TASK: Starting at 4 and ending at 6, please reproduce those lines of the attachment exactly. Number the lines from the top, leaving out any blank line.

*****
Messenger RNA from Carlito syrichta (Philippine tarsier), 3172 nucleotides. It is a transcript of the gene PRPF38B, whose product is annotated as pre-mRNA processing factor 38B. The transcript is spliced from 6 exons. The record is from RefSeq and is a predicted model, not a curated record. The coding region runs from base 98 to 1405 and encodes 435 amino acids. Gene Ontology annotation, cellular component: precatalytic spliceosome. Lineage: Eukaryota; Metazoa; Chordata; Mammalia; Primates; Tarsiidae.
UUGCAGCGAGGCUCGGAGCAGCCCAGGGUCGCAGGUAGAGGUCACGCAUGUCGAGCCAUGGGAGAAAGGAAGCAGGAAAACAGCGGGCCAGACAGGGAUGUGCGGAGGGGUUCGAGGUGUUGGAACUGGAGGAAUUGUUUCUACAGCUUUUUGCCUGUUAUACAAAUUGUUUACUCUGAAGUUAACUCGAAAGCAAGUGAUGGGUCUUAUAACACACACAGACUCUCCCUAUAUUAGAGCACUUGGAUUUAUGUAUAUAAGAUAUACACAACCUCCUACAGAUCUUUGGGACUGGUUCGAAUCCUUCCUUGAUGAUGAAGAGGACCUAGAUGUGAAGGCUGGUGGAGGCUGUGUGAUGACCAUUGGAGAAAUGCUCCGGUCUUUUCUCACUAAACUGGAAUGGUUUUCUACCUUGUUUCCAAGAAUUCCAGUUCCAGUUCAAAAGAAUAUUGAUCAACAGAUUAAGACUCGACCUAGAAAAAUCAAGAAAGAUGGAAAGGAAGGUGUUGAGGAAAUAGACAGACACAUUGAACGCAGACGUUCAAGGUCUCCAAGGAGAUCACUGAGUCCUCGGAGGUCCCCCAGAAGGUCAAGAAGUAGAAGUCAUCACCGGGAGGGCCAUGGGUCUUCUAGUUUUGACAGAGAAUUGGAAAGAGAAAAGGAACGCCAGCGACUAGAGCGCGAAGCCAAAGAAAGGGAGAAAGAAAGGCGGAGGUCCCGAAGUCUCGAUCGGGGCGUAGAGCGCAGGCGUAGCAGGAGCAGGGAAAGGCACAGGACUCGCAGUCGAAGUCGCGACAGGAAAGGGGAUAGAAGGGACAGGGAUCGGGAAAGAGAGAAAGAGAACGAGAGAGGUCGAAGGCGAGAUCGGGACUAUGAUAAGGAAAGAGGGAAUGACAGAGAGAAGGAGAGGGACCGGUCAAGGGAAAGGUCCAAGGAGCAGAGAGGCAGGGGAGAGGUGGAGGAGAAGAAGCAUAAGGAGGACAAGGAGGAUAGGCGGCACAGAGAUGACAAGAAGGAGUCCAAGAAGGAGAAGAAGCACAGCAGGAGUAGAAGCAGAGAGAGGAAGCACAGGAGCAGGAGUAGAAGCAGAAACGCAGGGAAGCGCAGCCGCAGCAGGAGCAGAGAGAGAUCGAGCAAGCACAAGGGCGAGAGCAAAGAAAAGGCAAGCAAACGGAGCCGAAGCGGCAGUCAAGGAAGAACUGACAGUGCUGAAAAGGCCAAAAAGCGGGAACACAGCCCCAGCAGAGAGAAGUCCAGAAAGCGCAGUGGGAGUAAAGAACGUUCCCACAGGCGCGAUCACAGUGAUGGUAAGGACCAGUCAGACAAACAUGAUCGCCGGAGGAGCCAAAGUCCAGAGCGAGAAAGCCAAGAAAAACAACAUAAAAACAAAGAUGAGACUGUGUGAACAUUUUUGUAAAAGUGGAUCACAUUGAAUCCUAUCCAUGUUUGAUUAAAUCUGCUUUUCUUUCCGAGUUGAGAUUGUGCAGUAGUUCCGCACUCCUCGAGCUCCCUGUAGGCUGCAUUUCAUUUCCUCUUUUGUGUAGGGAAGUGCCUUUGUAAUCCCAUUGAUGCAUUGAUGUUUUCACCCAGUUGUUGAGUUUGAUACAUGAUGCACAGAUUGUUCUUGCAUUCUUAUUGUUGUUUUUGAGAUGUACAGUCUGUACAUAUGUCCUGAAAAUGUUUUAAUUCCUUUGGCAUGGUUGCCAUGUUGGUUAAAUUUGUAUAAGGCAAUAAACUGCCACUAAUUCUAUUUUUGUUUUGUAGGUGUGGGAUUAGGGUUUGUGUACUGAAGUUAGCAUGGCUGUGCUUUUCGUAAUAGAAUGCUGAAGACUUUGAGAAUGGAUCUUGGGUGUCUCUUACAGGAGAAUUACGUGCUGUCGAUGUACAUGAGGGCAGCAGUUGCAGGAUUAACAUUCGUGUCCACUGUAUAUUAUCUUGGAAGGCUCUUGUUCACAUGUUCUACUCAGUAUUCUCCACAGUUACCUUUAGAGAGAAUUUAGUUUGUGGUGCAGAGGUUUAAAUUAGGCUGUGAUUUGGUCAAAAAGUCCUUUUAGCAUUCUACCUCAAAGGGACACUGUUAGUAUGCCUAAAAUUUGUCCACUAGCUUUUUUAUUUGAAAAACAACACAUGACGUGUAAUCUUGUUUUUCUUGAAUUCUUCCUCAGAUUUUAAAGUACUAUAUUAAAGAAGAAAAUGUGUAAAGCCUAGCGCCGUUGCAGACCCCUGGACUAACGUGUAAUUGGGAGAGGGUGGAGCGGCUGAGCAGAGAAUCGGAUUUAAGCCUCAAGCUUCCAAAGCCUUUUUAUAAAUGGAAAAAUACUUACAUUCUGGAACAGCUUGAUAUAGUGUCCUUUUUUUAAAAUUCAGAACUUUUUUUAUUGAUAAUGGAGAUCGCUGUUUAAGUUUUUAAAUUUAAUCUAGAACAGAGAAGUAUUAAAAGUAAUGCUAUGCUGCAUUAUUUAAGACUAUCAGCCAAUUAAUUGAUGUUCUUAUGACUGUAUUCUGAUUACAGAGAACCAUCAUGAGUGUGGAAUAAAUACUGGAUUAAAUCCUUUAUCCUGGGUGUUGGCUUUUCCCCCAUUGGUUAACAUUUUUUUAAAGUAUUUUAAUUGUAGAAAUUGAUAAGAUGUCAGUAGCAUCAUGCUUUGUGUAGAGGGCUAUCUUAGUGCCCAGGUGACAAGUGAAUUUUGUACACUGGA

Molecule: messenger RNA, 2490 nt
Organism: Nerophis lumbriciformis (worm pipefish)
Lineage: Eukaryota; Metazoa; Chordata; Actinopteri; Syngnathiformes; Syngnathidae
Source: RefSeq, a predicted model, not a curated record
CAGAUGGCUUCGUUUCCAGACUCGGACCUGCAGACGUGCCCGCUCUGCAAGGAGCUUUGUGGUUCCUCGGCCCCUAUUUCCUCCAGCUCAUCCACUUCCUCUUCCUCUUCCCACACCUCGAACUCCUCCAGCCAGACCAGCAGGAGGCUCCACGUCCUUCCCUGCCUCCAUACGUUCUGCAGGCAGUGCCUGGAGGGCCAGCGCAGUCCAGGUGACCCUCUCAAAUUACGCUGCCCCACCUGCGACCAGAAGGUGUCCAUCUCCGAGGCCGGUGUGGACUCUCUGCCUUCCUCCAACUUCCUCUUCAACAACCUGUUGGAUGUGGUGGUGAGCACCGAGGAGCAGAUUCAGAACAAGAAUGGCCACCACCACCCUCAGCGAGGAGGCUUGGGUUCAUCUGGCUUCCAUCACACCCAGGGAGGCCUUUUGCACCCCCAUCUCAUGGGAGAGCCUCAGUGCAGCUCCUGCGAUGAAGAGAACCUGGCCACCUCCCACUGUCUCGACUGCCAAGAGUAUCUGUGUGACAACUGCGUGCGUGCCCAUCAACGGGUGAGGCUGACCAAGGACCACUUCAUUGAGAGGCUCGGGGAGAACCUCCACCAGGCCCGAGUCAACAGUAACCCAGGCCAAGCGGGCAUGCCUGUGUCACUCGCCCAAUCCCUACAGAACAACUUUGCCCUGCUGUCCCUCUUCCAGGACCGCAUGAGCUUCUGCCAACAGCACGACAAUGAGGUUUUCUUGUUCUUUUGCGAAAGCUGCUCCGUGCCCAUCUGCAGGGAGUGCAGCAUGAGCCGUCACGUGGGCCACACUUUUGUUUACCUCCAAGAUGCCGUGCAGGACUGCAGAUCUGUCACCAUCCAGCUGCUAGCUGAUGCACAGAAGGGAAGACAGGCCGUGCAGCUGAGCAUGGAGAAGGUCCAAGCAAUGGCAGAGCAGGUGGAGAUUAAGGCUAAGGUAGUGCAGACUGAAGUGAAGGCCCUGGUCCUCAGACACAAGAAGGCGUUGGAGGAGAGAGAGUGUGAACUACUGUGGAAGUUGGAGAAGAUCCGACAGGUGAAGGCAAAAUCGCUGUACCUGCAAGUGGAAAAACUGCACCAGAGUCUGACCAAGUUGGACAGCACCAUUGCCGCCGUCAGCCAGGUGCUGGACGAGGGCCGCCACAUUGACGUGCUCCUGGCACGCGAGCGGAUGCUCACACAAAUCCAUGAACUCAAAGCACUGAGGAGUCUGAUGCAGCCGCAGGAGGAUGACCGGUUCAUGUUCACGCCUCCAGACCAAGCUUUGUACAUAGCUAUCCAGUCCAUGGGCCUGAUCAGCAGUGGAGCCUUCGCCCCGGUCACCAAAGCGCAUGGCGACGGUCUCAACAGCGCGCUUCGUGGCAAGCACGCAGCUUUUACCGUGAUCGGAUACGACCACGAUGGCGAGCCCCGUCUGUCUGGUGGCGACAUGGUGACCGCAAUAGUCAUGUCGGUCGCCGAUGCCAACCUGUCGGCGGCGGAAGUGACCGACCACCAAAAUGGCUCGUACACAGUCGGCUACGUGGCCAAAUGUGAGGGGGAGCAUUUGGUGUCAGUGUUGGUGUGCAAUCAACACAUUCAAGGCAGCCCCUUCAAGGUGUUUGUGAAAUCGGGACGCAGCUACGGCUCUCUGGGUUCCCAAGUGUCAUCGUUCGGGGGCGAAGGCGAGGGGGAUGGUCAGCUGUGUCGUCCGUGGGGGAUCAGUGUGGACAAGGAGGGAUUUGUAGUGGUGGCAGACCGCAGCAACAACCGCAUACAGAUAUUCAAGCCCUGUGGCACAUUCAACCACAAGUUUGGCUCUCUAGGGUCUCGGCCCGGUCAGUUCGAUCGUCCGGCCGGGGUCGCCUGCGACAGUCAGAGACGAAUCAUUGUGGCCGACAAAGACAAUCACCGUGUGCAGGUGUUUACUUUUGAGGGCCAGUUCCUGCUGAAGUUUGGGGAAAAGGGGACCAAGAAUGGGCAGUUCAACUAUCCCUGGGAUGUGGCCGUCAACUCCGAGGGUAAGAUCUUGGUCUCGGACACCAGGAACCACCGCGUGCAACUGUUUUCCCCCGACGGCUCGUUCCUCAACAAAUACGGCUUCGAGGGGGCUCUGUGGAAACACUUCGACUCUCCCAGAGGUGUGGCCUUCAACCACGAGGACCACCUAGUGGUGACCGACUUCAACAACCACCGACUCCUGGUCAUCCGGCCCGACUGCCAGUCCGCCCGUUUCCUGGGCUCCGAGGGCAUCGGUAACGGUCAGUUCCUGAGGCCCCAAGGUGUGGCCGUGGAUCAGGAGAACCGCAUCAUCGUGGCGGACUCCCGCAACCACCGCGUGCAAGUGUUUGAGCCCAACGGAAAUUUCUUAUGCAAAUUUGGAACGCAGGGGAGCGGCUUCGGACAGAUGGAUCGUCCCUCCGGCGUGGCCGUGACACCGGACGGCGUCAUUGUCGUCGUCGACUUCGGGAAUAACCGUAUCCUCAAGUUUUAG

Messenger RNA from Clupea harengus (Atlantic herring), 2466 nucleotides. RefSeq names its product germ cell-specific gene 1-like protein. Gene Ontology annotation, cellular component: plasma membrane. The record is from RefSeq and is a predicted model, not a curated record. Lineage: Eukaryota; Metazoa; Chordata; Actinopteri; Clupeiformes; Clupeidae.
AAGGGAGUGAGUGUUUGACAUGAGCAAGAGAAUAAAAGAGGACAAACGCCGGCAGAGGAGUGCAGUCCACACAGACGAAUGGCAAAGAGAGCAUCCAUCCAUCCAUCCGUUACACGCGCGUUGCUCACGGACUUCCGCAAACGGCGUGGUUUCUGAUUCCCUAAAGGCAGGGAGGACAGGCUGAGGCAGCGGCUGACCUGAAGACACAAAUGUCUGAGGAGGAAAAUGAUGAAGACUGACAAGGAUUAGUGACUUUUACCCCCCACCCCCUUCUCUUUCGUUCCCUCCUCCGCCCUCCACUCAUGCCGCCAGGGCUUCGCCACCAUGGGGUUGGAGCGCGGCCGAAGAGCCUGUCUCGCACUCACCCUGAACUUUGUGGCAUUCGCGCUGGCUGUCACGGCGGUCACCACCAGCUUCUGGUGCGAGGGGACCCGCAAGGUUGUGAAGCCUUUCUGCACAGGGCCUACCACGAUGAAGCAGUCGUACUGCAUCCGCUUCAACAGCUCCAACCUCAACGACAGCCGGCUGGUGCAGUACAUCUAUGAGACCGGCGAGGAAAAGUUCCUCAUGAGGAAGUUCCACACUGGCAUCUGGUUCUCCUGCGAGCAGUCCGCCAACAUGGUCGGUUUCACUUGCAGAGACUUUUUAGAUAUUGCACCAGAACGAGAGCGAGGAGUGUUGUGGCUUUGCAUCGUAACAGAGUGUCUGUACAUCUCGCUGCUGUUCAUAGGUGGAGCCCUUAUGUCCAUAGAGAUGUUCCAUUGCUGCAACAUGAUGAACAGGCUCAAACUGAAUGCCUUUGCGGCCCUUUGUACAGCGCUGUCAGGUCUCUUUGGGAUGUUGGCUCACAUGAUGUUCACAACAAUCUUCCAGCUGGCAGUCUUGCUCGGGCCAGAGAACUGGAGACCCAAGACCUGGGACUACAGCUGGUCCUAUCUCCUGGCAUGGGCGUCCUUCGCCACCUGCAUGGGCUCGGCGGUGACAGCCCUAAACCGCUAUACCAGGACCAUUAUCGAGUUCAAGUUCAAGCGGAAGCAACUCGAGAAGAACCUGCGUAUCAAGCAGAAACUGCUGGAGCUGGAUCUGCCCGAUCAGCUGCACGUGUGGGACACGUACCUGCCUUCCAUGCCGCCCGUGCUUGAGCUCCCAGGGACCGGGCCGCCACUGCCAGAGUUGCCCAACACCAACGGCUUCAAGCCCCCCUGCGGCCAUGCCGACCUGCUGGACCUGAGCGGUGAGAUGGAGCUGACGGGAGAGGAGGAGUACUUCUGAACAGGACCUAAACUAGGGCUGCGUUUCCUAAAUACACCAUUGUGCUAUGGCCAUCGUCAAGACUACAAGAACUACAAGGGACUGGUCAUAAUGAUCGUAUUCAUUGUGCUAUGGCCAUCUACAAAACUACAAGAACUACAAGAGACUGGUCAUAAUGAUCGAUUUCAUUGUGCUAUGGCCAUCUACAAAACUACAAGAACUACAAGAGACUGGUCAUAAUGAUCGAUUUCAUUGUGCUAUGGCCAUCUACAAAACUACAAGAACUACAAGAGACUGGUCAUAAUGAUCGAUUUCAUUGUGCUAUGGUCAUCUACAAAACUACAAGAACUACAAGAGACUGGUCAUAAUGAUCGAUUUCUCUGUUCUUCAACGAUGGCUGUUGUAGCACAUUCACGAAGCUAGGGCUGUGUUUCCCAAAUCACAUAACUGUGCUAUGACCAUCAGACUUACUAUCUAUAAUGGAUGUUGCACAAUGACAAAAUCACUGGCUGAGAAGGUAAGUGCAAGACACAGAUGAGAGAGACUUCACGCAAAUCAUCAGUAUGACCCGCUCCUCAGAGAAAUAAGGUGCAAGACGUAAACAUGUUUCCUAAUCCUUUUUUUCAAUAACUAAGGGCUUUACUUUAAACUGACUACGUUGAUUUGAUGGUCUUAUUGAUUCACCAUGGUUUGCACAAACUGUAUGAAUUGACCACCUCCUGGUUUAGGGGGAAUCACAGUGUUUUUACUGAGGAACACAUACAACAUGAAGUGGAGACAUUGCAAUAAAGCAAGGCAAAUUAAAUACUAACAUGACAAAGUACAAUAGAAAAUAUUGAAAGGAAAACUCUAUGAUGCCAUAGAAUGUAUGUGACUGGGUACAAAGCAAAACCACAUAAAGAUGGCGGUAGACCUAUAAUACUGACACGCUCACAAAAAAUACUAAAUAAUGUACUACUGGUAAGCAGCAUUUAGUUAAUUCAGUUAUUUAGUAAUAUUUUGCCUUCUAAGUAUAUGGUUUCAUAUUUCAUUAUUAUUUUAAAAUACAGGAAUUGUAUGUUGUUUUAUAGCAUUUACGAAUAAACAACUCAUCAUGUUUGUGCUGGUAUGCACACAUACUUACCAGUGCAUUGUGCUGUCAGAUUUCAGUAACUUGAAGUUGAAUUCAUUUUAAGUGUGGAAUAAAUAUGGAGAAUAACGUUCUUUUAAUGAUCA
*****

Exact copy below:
Organism: Nerophis lumbriciformis (worm pipefish)
Lineage: Eukaryota; Metazoa; Chordata; Actinopteri; Syngnathiformes; Syngnathidae
Source: RefSeq, a predicted model, not a curated record